ERUVIN 11 (30 Av) - Dedicated l'Iluy Nishmas Esther Chaya Rayzel (Friedman) bas Gershon Eliezer on the day of her Yahrzeit by her son-in-law, Eli Turkel of Raanana, Israel. Esther Friedman was a woman of valor who was devoted to her family and gave of herself unstintingly, inspiring all those around her.
1) HALACHAH: HOW TO MAKE A "TZURAS HA'PESACH"
OPINIONS: The Gemara lists several conditions that must be fulfilled in order to build a valid Tzuras ha'Pesach to permit one to carry in a Mavoy:
1. Rav Chisda rules that the board or cord that serves as the top of the Tzuras ha'Pesach must be resting on the top of the two side-posts. If it is resting on (or wrapped around) the sides of the posts, it is not a valid Tzuras ha'Pesach.
2. Rav Chisda also rules that the Tzuras ha'Pesach must be strong enough to support a door (even though it is not necessary to actually affix a door), but it suffices if the Tzuras ha'Pesach is strong enough to support a door made out of a light material, such as straw.
3. Reish Lakish in the name of Rebbi Yanai rules that a Tzuras ha'Pesach must have a recognizable place in which to insert a door-pivot (this refers to a small hole in the ground near one side-post of the Tzuras ha'Pesach).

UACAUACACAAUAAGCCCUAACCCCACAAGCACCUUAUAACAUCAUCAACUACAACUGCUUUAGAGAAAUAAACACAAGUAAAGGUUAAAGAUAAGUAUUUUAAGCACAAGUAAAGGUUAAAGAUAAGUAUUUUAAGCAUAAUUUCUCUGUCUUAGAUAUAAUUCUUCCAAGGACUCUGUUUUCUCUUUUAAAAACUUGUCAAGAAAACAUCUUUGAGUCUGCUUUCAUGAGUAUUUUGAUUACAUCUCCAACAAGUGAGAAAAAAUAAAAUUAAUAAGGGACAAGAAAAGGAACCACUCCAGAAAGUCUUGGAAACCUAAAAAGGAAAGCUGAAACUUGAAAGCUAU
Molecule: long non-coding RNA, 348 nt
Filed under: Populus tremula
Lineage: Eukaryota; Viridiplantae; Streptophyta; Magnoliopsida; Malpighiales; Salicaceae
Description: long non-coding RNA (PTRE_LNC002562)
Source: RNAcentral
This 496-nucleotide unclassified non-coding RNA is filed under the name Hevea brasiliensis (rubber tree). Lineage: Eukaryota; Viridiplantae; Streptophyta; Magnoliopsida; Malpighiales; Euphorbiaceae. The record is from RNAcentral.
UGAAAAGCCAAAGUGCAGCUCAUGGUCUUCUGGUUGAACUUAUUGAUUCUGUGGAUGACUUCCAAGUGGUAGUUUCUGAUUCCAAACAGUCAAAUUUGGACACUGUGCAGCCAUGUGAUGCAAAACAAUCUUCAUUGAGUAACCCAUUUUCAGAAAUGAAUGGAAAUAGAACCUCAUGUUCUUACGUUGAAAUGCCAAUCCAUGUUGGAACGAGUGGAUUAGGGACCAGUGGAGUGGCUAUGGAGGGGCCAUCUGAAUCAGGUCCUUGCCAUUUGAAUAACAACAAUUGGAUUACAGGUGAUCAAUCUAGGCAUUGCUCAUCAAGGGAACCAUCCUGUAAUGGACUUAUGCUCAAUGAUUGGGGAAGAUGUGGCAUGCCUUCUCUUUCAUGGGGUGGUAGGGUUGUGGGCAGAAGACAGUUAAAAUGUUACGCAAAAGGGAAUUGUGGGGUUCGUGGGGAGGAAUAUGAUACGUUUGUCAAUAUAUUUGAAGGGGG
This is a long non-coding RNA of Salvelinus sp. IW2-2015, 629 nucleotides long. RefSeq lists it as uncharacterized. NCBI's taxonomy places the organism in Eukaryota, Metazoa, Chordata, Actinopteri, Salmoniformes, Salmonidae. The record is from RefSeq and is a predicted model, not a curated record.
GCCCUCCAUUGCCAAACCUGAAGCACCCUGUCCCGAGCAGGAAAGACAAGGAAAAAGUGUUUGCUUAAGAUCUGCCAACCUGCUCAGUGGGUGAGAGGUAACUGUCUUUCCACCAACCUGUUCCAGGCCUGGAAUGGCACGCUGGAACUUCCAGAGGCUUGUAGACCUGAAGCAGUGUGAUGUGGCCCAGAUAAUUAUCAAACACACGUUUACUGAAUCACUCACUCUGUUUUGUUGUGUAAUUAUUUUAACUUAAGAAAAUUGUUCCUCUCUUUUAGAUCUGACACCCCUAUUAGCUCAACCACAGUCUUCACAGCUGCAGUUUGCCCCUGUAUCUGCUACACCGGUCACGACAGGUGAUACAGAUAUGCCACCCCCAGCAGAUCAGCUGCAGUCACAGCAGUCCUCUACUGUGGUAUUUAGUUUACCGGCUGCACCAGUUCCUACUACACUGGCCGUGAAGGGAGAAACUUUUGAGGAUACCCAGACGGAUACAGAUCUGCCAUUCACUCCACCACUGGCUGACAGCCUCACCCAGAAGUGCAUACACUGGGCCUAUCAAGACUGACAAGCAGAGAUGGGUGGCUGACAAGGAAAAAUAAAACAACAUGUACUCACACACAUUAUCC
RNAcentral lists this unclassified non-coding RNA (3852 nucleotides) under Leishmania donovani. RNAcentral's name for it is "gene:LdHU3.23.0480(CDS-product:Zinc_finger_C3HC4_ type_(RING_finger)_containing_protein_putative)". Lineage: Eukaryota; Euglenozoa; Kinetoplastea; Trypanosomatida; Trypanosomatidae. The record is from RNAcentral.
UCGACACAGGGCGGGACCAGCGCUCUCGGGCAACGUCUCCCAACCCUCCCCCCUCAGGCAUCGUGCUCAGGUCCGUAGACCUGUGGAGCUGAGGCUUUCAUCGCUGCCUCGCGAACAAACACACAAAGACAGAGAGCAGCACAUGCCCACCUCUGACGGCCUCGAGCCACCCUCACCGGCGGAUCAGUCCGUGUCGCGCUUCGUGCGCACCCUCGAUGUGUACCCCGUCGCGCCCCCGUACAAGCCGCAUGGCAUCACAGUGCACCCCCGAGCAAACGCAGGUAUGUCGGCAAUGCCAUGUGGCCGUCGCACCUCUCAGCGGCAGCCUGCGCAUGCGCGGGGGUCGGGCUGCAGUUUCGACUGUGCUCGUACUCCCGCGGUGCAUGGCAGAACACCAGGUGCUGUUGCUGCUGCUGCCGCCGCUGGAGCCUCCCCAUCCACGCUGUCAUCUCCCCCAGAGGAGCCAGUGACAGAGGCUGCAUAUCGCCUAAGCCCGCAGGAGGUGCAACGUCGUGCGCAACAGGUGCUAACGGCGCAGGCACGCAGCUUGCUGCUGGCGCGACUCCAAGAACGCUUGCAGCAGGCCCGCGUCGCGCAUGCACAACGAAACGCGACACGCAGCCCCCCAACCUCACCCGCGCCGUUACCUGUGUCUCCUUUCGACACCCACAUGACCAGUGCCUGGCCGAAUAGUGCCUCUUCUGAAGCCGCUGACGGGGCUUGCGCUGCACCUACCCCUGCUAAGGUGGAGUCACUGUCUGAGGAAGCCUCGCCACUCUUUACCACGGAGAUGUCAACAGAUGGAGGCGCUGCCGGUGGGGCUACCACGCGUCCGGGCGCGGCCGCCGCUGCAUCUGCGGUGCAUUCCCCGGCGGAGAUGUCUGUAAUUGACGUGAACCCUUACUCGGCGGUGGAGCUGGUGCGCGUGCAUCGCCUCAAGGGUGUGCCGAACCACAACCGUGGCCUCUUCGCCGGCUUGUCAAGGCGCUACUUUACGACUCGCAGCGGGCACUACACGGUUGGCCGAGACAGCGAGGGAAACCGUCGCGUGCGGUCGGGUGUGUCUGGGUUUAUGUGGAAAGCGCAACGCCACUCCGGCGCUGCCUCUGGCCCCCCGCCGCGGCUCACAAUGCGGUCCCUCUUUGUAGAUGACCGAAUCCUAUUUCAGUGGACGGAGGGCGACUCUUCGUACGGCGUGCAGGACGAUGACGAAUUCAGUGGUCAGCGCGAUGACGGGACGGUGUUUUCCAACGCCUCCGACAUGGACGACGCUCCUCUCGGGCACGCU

4. Rav Nachman adds that there is a leniency in the laws of Tzuras ha'Pesach. The two side-posts do not need to reach the board on top (although they must be directly below it), and they even may be several Amos away from it. (They are considered to reach the top board due to the principle of Gud Asik.) Rav Sheshes argues and requires that the board actually rest on the side-posts.
The Gemara relates that the students of Rav Ashi told Rav Acha, the son of Rav Avya, that Rav Ashi did not teach any requirements for the Tzuras ha'Pesach. What does this mean? What conditions did Rav Ashi not require for a Tzuras ha'Pesach?
(a) The RA'AVAD (cited by the Ritva) explains that Rav Acha asked the students of Rav Ashi whether Rav Ashi had taught any other laws concerning a Tzuras ha'Pesach. The students answered that Rav Ashi had not taught any other laws. He did not argue with the conditions required by Rebbi Yanai or Rav Chisda, though, and thus all of those conditions are necessary. This is the ruling of the ROSH and the TUR.
Similarly, RAV YAKOV EMDEN explains that Rav Acha's father, Rav Avya, was the same Amora who explained what Reish Lakish meant by "Heker Tzir." Rav Acha wanted to know whether or not Rav Ashi disagreed with Rav Avya's explanation of "Heker Tzir." The students of Rav Ashi answered that he did not disagree, and the Halachah therefore follows Reish Lakish and Rav Avya's explanation of "Heker Tzir."
(b) The RITVA and RASHBA cite an opinion that explains that the statement of the students of Rav Ashi refers to the preceding statement in the Gemara, in which Reish Lakish states that a Tzuras ha'Pesach must have a hole for a door-pivot. The students of Rav Ashi said that Rav Ashi did not require such a hole. They were not referring to any of the other requirements.